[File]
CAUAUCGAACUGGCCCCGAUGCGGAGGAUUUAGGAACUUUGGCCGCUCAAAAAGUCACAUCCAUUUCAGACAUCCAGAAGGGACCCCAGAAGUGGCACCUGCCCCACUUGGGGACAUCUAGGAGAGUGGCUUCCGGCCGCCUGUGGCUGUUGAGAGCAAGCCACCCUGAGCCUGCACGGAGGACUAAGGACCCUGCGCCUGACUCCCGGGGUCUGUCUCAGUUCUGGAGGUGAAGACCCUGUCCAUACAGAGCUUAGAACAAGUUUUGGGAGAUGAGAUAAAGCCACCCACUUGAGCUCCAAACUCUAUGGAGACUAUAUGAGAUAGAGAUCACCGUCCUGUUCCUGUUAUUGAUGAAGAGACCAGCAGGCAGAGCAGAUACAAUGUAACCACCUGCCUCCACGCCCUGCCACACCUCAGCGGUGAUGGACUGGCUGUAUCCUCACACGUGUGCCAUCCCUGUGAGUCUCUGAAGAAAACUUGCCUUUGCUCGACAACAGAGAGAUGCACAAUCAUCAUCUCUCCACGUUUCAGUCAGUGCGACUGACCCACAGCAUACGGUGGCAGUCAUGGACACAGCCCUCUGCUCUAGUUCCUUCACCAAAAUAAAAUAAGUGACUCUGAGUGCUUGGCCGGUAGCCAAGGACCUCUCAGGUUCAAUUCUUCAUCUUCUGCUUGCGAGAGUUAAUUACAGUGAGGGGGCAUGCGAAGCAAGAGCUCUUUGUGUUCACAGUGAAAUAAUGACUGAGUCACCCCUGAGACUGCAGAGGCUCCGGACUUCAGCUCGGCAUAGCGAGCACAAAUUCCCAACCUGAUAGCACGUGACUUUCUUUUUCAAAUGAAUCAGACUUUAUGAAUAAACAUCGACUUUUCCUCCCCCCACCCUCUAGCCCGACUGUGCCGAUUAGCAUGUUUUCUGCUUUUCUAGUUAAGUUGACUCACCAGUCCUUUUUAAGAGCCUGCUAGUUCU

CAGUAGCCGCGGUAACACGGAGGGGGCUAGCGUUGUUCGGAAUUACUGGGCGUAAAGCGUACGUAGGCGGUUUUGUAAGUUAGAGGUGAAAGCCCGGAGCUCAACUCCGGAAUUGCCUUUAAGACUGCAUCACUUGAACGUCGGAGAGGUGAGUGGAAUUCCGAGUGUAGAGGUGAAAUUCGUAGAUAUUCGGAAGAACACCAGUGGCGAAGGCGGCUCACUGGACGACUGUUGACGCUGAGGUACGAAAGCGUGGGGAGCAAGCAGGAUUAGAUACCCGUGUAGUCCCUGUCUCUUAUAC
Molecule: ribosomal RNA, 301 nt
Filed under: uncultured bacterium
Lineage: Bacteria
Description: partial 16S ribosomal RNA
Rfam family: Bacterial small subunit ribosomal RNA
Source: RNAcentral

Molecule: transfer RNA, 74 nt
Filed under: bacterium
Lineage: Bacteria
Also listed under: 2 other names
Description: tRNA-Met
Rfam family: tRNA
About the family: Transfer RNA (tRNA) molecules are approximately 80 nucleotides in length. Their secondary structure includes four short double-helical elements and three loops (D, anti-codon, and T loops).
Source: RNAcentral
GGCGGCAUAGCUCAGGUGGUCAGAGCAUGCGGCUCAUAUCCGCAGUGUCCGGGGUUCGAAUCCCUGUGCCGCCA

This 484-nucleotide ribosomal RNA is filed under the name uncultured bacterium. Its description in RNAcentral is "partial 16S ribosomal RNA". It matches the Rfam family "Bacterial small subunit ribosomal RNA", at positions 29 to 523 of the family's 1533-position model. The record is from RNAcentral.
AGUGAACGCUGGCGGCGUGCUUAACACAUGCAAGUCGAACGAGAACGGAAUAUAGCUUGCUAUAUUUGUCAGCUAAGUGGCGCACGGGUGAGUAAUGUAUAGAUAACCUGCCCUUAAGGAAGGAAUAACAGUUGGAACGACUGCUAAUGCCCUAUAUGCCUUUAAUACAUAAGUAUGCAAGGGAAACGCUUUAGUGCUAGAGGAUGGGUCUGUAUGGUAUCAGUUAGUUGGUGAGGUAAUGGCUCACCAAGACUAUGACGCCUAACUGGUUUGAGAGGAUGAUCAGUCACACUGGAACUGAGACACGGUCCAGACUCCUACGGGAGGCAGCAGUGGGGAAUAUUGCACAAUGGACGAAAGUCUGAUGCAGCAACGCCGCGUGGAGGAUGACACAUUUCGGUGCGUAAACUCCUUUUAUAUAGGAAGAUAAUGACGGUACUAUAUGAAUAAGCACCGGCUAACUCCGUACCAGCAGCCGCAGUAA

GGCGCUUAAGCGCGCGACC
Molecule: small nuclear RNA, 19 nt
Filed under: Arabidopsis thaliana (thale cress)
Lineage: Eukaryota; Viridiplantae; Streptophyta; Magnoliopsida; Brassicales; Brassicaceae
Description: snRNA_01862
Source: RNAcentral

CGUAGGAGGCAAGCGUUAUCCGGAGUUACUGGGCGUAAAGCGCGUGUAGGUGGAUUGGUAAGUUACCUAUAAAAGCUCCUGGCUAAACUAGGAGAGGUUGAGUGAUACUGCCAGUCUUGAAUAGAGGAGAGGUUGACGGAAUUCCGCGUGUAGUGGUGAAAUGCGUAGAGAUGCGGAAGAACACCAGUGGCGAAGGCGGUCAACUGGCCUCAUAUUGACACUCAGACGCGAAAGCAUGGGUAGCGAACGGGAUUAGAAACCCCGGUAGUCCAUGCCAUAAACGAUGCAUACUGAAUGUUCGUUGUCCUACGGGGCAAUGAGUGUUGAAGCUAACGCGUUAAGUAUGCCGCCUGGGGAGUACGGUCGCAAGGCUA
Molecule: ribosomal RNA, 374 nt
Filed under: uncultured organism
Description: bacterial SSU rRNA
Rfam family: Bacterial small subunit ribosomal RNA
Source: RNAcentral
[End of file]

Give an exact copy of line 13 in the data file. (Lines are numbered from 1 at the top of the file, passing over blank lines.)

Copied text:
Description: tRNA-Met